Thursday, June 20, 2013

Turnbull Wine Cellars – Oakville, California

The Turnbull Clan

The name of Turnbull Cellars is derived from The Turnbull Family (or Clan) that hails from the border area between Scotland and England.  According to family legend, the name goes back to when William Roule of Bedrule saved Robert The Bruce (ca. 1300) from a charging wild bull. William jumped in between the bull and the king and proceeded to turn it down to the ground and break its neck. Robert was so gratified that he dubbed him Sir William Turn-E-Bull and then bestowed to him lands in Phillipshaugh on August 15th, 1315. William Roule Turnbull then assumed the motto Rex Servaverim which means, “I Saved The King.”[1]

The Founder

Six hundred and thirty years later a winery was founded by architects William “Bill” Turnbull (April 1, 1935 – June 26, 1997) and Reverdy Johnson. It began as the Johnson-Turnbull Winery in 1979. Bill also designed Cakebread Cellars which is why the two wineries have similar architecture. Bill was born in New York City and was raised in Far Hills, New Jersey. Both of Turnbull’s parents were architects, as was his great-grandfather George B. Post who designed the New York Stock Exchange building. Following in his parents footsteps Bill studied at Princeton University (class of 1956) and the Ecole des Beaux-Arts. After graduation he moved to San Francisco and was employed at Skidmore, Owings and Merrill and worked on a Big Sur revitalization project. In the early 1960s Bill was involved with the development of the iconic Sea Ranch community in Sonoma County. His co-design team included fellow Princeton alumni Charles Moore, Donlyn Lyndon, and Richard Whitaker as well as Lawrence Halprin and Joseph Esherick. Turnbull was a contributor to Kresge College, the U.C. Santa Cruz, the Foothill Student housing complex at U.C.  Berkeley, and St. Andrew's Presbyterian Church in Sonoma County, the latter of which he worked on with his second wife and fellow architect Mary Griffin.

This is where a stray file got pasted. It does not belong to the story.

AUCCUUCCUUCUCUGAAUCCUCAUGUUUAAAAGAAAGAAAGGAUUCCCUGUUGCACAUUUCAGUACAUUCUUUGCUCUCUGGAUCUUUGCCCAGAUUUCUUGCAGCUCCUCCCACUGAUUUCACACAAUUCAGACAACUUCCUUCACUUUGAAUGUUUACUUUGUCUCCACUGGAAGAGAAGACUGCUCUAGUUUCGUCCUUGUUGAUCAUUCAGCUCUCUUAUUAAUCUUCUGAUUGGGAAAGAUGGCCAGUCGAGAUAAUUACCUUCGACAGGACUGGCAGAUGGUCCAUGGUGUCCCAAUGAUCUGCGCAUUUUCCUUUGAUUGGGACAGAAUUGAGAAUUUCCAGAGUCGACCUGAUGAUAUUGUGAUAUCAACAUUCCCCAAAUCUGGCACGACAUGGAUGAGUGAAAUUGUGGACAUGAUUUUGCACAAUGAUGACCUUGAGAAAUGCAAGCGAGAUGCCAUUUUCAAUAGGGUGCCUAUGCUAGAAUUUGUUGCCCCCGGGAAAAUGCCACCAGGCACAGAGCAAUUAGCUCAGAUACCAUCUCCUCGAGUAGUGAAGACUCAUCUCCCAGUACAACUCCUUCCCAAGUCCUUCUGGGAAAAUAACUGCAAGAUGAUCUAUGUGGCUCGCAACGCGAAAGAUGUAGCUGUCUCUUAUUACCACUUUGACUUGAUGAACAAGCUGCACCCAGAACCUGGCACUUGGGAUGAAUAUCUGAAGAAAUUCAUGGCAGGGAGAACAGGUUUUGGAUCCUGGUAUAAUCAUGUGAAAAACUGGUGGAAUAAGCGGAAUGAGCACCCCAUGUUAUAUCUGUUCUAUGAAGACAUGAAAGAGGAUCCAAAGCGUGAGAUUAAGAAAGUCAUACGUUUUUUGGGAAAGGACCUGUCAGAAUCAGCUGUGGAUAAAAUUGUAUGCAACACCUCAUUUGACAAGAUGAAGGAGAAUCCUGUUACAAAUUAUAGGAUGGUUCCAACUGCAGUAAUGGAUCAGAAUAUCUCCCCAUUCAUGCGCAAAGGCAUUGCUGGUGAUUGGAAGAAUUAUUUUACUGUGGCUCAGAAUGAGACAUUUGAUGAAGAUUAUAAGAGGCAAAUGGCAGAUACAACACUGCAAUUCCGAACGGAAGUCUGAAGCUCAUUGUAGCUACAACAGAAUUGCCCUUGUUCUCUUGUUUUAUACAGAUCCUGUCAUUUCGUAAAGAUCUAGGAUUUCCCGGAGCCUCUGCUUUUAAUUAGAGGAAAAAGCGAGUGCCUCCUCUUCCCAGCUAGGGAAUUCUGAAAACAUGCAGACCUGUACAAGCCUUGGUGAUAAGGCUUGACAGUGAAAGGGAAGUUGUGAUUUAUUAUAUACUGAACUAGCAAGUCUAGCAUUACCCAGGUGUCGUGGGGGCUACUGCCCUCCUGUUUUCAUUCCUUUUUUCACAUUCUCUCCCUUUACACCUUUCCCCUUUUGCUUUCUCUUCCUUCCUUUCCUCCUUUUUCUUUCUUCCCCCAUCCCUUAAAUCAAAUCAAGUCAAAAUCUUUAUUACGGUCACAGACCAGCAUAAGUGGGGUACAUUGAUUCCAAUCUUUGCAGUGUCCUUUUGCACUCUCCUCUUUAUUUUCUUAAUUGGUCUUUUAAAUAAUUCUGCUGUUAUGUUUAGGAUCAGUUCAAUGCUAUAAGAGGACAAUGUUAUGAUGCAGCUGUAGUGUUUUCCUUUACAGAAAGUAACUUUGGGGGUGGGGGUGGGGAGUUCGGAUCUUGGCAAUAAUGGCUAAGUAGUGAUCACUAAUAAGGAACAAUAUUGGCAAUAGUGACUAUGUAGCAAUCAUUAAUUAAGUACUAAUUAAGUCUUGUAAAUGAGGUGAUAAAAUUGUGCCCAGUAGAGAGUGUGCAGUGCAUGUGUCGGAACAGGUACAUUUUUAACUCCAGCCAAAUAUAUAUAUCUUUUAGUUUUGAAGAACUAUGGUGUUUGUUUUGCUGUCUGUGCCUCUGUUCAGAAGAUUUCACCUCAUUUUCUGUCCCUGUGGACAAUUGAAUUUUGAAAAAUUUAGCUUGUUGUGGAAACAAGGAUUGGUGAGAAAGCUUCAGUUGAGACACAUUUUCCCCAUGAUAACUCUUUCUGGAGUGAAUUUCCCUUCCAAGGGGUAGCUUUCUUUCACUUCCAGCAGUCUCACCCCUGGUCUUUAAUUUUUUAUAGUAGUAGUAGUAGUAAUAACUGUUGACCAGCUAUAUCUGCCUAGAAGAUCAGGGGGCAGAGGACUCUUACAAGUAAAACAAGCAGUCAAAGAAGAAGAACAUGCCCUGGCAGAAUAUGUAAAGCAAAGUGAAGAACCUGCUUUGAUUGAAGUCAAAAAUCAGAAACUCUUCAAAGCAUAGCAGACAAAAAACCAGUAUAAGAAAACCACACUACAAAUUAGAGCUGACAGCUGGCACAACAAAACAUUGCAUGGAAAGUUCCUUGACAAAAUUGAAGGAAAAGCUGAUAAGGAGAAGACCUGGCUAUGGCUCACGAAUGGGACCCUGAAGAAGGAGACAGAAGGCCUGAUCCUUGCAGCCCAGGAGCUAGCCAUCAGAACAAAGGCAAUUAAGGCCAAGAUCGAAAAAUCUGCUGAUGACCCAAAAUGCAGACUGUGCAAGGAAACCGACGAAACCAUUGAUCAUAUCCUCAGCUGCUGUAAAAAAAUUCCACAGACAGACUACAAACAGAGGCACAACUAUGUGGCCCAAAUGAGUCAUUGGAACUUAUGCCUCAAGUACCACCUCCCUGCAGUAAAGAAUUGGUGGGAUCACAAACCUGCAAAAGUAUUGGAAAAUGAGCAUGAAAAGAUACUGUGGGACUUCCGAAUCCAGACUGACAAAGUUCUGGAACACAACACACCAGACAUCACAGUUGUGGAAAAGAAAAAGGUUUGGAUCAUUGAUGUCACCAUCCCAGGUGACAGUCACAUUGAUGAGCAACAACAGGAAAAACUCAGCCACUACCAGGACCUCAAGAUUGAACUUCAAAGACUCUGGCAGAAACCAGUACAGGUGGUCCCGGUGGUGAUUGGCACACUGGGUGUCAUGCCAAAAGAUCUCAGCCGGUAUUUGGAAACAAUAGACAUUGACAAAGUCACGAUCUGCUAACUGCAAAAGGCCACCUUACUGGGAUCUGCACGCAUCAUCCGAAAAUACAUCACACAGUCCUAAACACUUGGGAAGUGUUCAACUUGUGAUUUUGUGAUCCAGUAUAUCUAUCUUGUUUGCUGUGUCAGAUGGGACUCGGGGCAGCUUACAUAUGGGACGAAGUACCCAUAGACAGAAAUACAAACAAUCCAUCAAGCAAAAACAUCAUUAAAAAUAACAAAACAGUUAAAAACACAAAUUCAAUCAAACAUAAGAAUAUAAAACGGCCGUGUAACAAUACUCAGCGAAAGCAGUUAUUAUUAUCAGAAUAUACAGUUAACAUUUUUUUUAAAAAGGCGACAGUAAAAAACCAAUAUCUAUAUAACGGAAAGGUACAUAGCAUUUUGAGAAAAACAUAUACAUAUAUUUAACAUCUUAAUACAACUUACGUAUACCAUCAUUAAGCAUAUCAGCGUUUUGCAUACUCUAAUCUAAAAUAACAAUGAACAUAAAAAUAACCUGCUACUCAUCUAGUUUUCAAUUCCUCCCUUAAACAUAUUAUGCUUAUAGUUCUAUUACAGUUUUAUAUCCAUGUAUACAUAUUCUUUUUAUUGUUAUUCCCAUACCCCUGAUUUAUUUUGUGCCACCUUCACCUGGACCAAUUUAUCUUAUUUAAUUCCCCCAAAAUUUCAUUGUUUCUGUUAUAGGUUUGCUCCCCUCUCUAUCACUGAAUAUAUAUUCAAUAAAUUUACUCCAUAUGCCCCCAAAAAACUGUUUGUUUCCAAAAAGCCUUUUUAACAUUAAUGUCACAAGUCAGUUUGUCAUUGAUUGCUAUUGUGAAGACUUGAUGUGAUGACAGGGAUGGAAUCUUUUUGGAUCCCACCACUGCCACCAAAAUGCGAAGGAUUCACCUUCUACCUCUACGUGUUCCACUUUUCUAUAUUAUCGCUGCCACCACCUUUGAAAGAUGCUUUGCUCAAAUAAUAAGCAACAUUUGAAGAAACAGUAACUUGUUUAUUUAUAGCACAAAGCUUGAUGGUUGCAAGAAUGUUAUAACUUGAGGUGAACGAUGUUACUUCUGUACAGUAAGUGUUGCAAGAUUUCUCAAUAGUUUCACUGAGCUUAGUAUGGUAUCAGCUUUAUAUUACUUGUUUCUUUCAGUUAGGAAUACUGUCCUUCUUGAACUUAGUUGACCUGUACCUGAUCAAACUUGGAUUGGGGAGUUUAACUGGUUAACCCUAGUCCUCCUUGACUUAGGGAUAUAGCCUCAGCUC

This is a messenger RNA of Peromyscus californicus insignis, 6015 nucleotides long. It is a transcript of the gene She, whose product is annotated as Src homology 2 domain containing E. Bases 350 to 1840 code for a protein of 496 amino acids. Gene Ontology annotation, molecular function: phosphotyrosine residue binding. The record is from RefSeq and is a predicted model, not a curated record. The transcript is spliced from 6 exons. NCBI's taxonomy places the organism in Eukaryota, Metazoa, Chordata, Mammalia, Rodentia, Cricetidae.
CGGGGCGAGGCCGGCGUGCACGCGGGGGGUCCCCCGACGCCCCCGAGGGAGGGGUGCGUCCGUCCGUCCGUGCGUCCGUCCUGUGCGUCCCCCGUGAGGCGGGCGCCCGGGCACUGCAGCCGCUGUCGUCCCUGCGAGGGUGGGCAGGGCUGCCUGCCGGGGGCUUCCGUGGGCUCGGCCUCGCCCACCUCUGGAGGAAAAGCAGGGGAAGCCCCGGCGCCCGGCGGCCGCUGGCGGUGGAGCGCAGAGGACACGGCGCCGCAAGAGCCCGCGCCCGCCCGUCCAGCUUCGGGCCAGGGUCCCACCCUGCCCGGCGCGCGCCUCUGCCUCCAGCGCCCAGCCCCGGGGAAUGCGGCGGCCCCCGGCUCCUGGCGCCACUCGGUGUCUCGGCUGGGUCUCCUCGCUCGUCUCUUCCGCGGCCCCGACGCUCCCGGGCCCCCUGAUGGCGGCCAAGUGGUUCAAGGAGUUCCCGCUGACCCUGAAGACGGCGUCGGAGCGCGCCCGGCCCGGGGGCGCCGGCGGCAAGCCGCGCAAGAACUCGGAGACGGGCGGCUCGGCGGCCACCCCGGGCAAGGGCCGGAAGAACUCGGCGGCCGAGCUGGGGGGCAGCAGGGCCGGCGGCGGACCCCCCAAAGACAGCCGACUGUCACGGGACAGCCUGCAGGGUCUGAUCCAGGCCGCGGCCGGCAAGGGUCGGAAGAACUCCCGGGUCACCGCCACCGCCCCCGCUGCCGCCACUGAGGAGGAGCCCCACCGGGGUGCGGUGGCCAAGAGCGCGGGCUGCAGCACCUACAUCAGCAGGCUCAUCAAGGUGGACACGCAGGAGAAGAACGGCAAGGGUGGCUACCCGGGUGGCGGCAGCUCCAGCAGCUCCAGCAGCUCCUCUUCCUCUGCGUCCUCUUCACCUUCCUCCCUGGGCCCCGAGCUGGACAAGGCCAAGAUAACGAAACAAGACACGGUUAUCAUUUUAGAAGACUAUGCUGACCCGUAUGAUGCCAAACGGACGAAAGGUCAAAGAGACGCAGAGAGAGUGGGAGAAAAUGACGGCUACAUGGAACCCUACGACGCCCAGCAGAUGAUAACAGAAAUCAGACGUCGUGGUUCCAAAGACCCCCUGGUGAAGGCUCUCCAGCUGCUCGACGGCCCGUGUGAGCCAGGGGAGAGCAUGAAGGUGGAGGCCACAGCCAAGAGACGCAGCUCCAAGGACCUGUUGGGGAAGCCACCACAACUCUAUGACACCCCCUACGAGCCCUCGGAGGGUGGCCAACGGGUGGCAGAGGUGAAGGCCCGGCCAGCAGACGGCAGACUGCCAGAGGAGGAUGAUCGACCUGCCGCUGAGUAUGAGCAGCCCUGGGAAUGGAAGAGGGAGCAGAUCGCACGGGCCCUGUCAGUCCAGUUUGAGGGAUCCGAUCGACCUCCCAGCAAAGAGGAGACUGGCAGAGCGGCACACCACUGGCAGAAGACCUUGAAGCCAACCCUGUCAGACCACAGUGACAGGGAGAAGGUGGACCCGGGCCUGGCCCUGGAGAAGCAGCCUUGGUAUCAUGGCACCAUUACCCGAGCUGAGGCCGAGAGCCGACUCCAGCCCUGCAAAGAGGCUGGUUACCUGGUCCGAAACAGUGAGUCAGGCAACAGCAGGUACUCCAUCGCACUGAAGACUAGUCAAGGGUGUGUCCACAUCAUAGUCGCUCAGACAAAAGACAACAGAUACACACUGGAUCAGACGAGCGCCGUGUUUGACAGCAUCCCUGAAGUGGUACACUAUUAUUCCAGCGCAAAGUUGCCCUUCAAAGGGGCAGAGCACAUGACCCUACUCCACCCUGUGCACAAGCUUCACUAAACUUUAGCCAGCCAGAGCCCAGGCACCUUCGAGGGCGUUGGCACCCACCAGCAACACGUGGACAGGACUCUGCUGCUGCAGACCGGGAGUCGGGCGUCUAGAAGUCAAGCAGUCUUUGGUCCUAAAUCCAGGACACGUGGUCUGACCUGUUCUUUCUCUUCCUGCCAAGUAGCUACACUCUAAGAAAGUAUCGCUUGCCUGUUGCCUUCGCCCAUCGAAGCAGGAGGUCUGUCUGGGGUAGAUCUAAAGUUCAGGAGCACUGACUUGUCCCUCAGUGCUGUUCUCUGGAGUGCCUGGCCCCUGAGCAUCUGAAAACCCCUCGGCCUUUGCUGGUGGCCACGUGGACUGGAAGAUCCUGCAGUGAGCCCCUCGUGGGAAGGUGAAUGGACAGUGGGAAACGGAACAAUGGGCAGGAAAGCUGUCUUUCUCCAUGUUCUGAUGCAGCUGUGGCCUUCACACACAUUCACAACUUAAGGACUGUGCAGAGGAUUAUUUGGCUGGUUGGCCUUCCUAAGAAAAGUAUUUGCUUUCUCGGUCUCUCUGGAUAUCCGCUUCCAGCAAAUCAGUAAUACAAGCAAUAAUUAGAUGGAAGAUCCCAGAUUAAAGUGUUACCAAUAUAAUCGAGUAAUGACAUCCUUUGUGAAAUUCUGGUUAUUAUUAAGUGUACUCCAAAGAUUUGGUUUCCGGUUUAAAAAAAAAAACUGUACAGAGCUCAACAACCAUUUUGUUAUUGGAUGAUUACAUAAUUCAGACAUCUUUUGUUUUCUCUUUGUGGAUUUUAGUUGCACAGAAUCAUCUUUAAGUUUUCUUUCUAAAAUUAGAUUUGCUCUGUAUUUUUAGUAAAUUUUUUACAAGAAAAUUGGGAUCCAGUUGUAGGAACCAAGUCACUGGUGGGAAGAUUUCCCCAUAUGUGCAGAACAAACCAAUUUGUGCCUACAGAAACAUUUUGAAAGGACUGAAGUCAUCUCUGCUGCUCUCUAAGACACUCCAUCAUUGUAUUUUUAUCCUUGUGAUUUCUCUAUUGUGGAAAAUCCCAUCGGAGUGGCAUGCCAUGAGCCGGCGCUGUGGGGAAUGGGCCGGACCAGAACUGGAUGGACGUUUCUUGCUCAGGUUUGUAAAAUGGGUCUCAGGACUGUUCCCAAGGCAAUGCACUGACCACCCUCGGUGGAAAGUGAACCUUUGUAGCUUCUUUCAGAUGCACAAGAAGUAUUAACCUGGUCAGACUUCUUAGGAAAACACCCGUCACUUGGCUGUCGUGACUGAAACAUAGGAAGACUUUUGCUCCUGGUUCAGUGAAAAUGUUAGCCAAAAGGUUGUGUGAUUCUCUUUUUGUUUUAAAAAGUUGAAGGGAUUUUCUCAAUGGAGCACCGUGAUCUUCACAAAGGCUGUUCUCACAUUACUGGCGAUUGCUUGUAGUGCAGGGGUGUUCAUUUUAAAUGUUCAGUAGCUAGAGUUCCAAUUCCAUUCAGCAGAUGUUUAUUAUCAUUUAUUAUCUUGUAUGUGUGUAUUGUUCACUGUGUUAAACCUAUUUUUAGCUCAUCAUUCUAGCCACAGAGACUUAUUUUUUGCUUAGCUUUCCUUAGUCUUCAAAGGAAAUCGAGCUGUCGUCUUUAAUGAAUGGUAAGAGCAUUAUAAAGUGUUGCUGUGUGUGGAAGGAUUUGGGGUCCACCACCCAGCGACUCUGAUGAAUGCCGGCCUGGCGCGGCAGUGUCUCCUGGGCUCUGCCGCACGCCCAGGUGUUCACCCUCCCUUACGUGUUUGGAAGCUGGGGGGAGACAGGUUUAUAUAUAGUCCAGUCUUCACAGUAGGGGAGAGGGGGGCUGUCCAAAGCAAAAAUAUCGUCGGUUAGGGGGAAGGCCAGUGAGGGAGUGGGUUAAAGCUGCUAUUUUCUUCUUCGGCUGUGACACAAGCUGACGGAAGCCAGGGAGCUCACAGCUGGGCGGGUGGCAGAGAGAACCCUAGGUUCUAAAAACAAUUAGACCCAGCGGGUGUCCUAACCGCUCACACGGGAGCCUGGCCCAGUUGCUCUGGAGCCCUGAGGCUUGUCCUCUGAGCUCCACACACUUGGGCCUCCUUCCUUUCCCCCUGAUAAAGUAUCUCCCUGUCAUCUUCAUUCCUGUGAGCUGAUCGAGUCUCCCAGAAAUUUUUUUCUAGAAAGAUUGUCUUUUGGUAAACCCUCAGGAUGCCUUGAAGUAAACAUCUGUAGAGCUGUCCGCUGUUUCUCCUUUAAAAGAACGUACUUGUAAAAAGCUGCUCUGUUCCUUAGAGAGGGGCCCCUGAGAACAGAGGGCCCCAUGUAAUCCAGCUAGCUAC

Turnbull Changes Hands

In 1993 the winery was purchased by publisher Patrick O’Dell who renamed the estate Turnbull Wine Cellars. Patrick then expanded the winery’s estate property from 21 to 236 acres of Oakville and Calistoga vineyards. The vineyards include the Turnbull Vineyard (14 acres of Cabernet Sauvignon, Merlot, Malbec, Petite Sirah, and Sauvignon Blanc), the Fortuna Vineyard (59 acres of Cabernet Sauvignon, Merlot, Cabernet Franc, Syrah, Petite Sirah, and Sauvignon Blanc), the Leopoldina Vineyard (62 acres of  Cabernet Sauvignon, Cabernet Franc, Merlot, Malbec, Petit Verdot, Syrah, and Sangiovese), and the Amoenus Vineyard in the western hills of Calistoga (101 acres Cabernet Sauvignon, Syrah, Petit Verdot, Petite Sirah, and  Malbec )

The Winemaker and the Wine

In 1998, Patrick O’Dell hired Jon Engelskirger who had 30 years of experience as a winemaker. Then in 2007 Peter Heitz assumed the role as head winemaker who is a fourth generation winemaker in the Napa Valley. Peter is the grandson of Michael Heitz,  an immigrant from the Alsace region of Germany, who is the founder of ShypokeWines in Calistoga. Following Michael at Shypoke was Peter’s father Gary and his mother Ginny. Subsequently Peter began farming the family vineyard in 1996. Peter has also served as the Assistant Winemaker at Beringer Vineyards (1996  2007) and the Assistant Winemaker at Foster’s Wine Estates Americas (1996  2007).